The Secrets From Hulu's 'The Handmaid's Tale' Set Revealed

Examining everything from the mysterious art to the Waterfords' household.
Courtesy of George Kraychyk/Hulu

There's a reason Hulu's adaptation of The Handmaid's Tale filmed in Toronto even though it is set in the U.S. The highly anticipated series is based on a book by famed Canadian author Margaret Atwood that is studied in schools across that country. 

Picked up straight to series, the 10-episode drama stars Mad Men's Elisabeth Moss and takes place in Gilead, a futuristic but simplified world in which fertility issues abound and women's rights are a thing of the past. In order to keep the population up, government officials in a totalitarian society send young and fertile women — the "handmaids" — to affluent families, where they are forced to help couples procreate via sexual servitude.

 
To create the specific look of the series, production designer Julie Berghoff worked with producers to conceptualize and build the fictional world of Gilead. That included transforming exterior downtown Toronto location shoots into a Massachusetts town. Add in the intricate Waterford household sets in Mississauga, Ontario, (which were based on a house the production found in the province's town of Hamilton), and there are plenty of extra details that even the camera might not pick up.

"This house is Gilead," showrunner Bruce Miller told THR during a set visit. "The commander is the patriarchy. The women in the house occupy the different statuses. You kind of reduce Gilead to one place, but what you have to be able to then do is extrapolate. You have to be able to build a whole world out from the house otherwise. So we're constantly putting little hints and details into it to get a bigger world."

Below, The Hollywood Reporter breaks down some of the biggest secrets on the show's elaborate set.

The Art

Almost all of the pieces that are shown in the series are re-creations from the Boston Museum of Fine Art. Producers say they felt that if the state was falling, those in power might hoard some of the famed pieces — so it made sense for Serena Joy (Yvonne Strahovski), a painter, to have some of them in her house. The addition of the paintings came with further discussion though: Did the designers then get rid of famous signatures like Monet, given that no text is allowed in this world? In the end however, they made the decision to leave the names on most of the pieces.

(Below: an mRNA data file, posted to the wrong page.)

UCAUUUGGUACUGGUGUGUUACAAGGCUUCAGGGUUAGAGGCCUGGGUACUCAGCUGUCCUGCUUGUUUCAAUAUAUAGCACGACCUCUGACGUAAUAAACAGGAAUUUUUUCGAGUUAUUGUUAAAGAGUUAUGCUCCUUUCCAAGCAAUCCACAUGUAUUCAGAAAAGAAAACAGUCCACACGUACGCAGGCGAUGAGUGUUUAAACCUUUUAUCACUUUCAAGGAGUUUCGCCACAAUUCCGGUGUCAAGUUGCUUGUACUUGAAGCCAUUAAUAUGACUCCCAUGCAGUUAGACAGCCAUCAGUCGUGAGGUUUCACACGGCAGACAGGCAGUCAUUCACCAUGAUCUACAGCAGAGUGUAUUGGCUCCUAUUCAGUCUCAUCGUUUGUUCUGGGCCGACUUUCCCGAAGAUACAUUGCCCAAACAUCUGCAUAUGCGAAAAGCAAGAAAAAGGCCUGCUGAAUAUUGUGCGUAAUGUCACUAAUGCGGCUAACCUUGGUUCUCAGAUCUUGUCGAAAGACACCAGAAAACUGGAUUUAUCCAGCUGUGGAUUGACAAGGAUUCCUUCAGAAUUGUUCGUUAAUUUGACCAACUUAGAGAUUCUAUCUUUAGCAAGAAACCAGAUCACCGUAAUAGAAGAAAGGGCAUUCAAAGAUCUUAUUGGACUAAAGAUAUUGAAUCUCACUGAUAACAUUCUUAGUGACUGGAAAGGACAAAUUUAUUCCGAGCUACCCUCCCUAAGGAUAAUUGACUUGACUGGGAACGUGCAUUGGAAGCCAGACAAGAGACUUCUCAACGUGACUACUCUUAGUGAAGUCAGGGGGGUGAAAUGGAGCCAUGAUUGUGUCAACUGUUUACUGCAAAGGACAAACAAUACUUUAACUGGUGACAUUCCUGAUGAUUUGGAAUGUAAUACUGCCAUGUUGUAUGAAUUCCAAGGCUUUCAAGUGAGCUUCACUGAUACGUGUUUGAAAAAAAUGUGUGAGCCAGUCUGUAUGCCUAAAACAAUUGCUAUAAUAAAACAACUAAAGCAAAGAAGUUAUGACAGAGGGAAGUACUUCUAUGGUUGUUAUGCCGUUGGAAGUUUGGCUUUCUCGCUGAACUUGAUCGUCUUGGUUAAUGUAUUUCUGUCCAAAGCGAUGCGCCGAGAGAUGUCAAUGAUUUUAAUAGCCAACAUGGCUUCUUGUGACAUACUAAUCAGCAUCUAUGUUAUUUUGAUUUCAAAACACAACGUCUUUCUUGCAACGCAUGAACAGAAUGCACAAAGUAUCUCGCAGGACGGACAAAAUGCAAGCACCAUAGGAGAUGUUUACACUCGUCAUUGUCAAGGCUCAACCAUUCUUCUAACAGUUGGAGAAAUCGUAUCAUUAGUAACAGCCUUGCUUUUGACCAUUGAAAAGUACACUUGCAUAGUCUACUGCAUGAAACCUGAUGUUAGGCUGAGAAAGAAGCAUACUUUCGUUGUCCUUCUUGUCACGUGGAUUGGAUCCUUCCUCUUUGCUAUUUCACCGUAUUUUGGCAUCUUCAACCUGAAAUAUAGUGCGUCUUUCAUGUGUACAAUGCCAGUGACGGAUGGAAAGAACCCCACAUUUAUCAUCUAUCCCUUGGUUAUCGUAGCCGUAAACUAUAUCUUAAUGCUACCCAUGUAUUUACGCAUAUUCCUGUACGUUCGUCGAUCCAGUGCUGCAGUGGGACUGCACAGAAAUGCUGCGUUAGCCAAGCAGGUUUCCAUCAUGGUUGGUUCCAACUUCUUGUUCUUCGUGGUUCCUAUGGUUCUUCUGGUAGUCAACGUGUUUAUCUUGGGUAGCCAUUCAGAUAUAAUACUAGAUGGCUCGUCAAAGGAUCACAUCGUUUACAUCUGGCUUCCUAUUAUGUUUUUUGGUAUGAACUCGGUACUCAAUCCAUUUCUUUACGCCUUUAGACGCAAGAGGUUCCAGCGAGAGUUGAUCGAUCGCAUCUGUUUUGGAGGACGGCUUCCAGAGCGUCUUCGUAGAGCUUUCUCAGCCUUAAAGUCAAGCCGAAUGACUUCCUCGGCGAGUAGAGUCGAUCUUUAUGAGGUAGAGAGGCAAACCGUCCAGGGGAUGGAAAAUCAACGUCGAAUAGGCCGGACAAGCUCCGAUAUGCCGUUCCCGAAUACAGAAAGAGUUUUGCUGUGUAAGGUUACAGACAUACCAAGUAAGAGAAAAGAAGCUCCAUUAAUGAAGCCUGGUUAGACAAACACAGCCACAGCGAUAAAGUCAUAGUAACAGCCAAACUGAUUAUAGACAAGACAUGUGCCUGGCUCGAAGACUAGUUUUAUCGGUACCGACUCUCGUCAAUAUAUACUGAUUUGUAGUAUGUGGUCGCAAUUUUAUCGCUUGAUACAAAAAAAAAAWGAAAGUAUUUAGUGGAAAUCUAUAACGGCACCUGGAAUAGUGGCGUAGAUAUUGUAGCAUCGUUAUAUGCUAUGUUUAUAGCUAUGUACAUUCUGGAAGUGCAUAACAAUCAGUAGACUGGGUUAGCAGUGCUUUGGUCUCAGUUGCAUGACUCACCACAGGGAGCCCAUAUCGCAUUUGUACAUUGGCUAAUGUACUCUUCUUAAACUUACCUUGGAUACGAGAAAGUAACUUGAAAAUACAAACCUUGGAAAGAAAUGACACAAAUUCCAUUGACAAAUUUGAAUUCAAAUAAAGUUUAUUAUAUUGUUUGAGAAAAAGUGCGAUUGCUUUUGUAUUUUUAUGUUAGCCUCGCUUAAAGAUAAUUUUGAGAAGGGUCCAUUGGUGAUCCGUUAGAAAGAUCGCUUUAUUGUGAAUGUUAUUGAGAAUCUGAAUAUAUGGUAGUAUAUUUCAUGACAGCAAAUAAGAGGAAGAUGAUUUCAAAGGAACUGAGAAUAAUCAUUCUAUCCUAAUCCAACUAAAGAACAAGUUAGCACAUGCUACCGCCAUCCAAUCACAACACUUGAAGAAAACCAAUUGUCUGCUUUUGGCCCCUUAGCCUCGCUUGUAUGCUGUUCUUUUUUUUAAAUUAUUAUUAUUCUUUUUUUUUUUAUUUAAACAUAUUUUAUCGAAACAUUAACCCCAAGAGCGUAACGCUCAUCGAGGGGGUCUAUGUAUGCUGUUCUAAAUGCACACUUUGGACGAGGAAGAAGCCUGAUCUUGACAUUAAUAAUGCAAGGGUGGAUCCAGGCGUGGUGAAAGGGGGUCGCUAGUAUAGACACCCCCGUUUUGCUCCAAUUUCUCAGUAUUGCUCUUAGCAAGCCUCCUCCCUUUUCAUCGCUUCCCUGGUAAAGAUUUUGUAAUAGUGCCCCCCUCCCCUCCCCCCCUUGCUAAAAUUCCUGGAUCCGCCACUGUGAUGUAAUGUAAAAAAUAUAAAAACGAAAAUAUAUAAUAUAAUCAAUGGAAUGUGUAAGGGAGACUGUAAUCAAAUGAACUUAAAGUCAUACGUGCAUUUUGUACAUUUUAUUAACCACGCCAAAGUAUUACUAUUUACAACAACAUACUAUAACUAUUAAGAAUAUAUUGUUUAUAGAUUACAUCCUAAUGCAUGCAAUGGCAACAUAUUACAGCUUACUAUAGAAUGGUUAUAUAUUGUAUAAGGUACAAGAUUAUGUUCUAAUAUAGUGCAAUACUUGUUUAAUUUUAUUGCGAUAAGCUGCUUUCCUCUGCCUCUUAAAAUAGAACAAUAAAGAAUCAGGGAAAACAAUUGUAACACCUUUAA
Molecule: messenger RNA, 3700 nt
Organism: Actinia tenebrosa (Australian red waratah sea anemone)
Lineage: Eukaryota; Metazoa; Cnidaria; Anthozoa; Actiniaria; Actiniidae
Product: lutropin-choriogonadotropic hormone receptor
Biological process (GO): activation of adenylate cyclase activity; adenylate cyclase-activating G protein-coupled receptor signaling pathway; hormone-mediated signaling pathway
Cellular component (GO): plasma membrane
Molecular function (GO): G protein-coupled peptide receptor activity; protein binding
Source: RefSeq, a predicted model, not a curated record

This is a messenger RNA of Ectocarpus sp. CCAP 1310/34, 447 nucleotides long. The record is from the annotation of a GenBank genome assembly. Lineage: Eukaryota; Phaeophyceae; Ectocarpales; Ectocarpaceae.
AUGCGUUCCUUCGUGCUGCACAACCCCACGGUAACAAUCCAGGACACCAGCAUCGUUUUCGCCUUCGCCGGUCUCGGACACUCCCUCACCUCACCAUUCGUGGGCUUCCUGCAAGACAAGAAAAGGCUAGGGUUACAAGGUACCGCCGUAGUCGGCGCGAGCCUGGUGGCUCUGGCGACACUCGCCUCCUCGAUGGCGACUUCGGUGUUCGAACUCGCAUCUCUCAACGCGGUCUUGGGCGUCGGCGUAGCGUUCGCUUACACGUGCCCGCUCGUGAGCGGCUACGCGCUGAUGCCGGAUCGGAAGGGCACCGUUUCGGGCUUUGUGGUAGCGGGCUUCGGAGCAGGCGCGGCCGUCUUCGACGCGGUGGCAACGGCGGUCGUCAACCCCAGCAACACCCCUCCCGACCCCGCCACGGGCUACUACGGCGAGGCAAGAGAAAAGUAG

The Commander's Office

It's no secret that those in power don't always abide by their own rules, and The Commander (Joseph Fiennes) is no exception. His office is what Berghoff jokingly referred to as a place where “books go to die.” The ceiling is an intricate and detailed map of the world; Berghoff pictured The Commander sitting below and throwing darts up at where he would conquer next. Meanwhile, there are plenty of available seating areas because Berghoff wanted to give the cast and crew a few different options when it came to the infamous Scrabble games between The Commander and Offred (Moss).

Serena Joy's Room

By far the most beautiful room of the house, Serena Joy's bedroom is full of art. All the shades of blue within correlate with the shades of blue from Serena's costumes (the color-coordination was a huge one between Berghoff and costume designer Ane Crabtree) and the four-poster bed was purposefully designed with one thing in mind: The Ceremony. In fact, there's a play on blue during Offred's opening voiceover in the second episode in a scene that takes place in that very room.

Offred's Room … and the Closet

Unlike the other rooms in the house, Offred's room is bare and minimalistic. The off-white colors were selected to help make the red of her costumes pop even further, and the adjoining bathroom is completely old school. Meanwhile, the infamous closet where Offred finds the Latin message from a previous Handmaid is actually not a closet at all; it's a door that leads out to the sound stage but is built out when needed for special scenes.

The Kitchen

It isn't exactly the heart of the home, but plenty of scenes take place here as Offred and Martha (Amanda Brugel) exchange words and tokens for food. Berghoff designed the kitchen to feel modern but rustic. With no appliances or modern trinkets, she had the tough job of making it feel like a space that would exist in 2017, but one without cookbooks or other such texts. So she loaded it up with fresh herbs and other puritan items one could picture people using and needing in a time like this.

The Symbols

Perhaps one of the biggest jobs of all was creating a world with no text. It took months for an art department of more than 100 people come up with all of the different aspects, and in the end they came up with more than 500 different symbols and labels for the common goods found at the various marketplaces and such.  

The Exteriors

Berghoff and her team sourced plenty of modern public spaces for some of the location shoots because they wanted to give the feeling that this is a world that could surface tomorrow — not in the past or in the distant future. They also had to make sure the locations they selected fit in with the show's color scheme and that the costumes didn't look out of place. In the end, they included exterior shots at Toronto's City Hall, where some of the hangings take place, a wall by the water found in Cambridge, Ontario, street shots in Hamilton, Ontario, and various downtown Toronto locations like Front Street and The Harbourfront Centre. In one episode, as June (Moss) is being let go from her job, sharp-eyed viewers can even see the black-and-red Canadian Broadcasting Corp. building.

How appropriate.

The Handmaid's Tale premieres its first three episodes April 26 on Hulu. What are you looking forward to seeing? Sound off below and bookmark THR.com/HandmaidsTale for full coverage.

Twitter: @amber_dowling

comments powered by Disqus